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Am J Prev Med. 2004 Jul;27(1):28-34.

A community-based approach to promoting walking in rural areas.

Author information

1
Department of Community Health and Prevention Research Center, School of Public Health, Saint Louis University, St. Louis, Missouri, USA. brownson@slu.edu

Abstract

BACKGROUND:

Ecologic models are often recommended to promote physical activity, yet sparse data exist on their effectiveness.

DESIGN:

A quasi-experimental design examined changes in walking behavior in six rural intervention communities in the Missouri "bootheel" region and in six comparison communities in Arkansas and Tennessee.

SETTING/ PARTICIPANTS:

The communities ranged in population from 2399 to 17,642; interventions focused on adults aged >/=18 years.

INTERVENTION:

Interventions were developed with community input and included individually tailored newsletters, interpersonal activities that stressed social support, and community-wide events such as walk-a-thons.

MAIN OUTCOME MEASURES:

Primary outcomes were rates of walking-trail use, total number of minutes walked in the past week, and total minutes walked for exercise.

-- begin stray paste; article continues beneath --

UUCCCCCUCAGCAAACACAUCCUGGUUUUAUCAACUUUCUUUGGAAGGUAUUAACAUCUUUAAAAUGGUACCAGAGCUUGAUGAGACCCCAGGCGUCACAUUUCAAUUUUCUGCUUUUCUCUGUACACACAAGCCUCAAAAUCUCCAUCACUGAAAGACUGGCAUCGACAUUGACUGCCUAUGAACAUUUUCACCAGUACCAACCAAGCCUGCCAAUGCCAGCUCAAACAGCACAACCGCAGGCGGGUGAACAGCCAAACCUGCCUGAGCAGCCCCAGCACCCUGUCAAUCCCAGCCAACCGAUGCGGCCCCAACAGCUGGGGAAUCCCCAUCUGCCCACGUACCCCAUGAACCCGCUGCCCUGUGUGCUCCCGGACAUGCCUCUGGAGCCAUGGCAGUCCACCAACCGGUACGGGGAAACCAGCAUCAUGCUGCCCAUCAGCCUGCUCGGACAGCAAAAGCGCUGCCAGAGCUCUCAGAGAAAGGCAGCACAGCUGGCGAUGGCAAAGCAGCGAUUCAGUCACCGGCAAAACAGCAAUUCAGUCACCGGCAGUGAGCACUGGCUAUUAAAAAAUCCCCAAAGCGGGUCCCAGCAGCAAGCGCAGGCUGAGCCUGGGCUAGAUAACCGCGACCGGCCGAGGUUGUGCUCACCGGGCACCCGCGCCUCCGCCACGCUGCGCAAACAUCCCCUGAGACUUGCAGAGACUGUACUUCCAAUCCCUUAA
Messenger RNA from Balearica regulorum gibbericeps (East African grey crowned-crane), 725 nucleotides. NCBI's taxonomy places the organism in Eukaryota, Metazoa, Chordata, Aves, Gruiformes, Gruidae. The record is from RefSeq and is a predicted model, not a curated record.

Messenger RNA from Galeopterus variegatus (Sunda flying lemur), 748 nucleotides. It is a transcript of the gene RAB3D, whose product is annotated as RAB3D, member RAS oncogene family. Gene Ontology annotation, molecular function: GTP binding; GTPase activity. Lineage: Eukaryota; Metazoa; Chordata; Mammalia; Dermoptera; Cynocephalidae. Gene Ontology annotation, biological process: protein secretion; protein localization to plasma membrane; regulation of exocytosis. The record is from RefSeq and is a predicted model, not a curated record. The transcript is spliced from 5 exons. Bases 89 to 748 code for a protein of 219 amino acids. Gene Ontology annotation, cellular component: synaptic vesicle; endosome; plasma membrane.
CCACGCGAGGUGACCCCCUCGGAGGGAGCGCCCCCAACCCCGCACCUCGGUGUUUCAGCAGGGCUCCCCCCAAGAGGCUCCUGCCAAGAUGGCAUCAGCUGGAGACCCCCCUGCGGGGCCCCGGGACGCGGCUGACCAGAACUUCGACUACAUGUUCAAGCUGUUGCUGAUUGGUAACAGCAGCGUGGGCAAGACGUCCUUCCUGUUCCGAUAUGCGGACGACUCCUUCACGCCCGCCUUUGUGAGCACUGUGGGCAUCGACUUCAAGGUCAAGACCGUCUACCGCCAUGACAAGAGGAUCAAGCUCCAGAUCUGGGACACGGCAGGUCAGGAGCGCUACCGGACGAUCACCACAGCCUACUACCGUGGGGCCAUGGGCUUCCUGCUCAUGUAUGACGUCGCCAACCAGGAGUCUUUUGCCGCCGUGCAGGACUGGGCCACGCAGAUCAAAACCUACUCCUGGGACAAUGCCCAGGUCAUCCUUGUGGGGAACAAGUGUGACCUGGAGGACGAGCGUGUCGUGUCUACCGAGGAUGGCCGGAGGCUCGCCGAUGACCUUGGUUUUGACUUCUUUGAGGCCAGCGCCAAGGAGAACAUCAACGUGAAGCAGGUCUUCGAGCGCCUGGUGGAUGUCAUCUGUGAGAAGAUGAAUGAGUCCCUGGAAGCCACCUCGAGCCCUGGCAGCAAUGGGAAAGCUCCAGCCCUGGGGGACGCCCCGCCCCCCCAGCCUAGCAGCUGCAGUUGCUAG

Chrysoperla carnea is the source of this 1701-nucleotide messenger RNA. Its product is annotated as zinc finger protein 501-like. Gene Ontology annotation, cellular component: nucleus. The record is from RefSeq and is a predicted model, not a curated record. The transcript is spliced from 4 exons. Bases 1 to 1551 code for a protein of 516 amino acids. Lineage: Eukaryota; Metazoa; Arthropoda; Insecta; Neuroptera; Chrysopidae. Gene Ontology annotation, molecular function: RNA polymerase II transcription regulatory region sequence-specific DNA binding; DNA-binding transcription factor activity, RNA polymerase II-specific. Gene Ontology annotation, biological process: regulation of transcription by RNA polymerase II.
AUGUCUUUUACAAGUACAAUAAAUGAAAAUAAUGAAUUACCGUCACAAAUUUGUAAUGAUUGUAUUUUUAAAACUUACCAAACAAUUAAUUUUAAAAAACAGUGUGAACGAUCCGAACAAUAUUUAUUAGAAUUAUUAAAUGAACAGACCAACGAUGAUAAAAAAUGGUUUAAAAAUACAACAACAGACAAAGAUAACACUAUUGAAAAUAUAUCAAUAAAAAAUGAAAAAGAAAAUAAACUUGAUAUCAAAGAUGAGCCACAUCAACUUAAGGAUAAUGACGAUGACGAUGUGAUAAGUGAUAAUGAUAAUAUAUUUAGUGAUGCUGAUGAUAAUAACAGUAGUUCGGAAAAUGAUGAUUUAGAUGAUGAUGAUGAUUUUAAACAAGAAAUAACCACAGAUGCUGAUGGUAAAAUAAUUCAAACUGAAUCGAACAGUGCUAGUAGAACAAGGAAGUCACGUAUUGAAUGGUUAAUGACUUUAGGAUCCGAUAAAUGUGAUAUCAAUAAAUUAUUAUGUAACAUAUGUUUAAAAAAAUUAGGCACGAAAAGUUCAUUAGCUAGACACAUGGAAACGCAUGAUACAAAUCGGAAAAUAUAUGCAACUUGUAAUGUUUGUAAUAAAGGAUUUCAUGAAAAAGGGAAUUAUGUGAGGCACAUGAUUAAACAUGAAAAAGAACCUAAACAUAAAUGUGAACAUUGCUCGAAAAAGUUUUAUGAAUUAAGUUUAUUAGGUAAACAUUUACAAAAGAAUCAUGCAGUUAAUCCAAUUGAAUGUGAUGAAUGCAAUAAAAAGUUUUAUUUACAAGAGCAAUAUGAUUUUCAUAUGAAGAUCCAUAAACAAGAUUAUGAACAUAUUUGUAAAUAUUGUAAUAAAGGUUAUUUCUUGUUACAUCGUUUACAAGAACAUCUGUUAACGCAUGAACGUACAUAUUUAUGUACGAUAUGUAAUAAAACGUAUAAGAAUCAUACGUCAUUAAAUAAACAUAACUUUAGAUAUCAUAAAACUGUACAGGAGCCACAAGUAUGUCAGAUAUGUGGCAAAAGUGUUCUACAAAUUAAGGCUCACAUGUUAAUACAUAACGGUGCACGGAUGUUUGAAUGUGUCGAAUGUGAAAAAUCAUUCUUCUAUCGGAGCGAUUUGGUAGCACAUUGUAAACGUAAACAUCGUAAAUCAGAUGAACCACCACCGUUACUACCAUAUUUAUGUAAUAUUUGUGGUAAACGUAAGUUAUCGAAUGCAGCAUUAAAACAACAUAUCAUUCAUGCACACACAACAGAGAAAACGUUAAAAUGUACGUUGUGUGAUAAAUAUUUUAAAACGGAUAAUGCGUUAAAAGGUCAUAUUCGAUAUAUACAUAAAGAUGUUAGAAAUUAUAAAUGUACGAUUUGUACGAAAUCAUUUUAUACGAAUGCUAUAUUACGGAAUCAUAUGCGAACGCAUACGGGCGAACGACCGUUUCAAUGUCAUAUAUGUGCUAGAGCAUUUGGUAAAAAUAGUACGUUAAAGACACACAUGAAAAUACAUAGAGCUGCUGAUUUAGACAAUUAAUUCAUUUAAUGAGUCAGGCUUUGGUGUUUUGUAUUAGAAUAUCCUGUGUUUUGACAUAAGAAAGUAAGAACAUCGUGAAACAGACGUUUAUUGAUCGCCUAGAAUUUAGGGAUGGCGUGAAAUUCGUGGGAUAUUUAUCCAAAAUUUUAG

RESULTS:

Among persons who used trails at baseline (16.9% of the total population), 32.1% reported increases in physical activity since they began using the trail. From community-wide samples, two subgroups indicated a positive net change in rates of 7-day total walking: people with high school degrees or less and people living in households with annual incomes of <==$20,000. However, no studied group showed a statistically significant net intervention effect.

CONCLUSIONS:

Although there was an increase in the rate of walking-trail use, a community-wide change in walking rates in rural communities was not documented. Results of this study should provide guidance for future projects.

PMID:
15212772
DOI:
10.1016/j.amepre.2004.03.015
[Indexed for MEDLINE]

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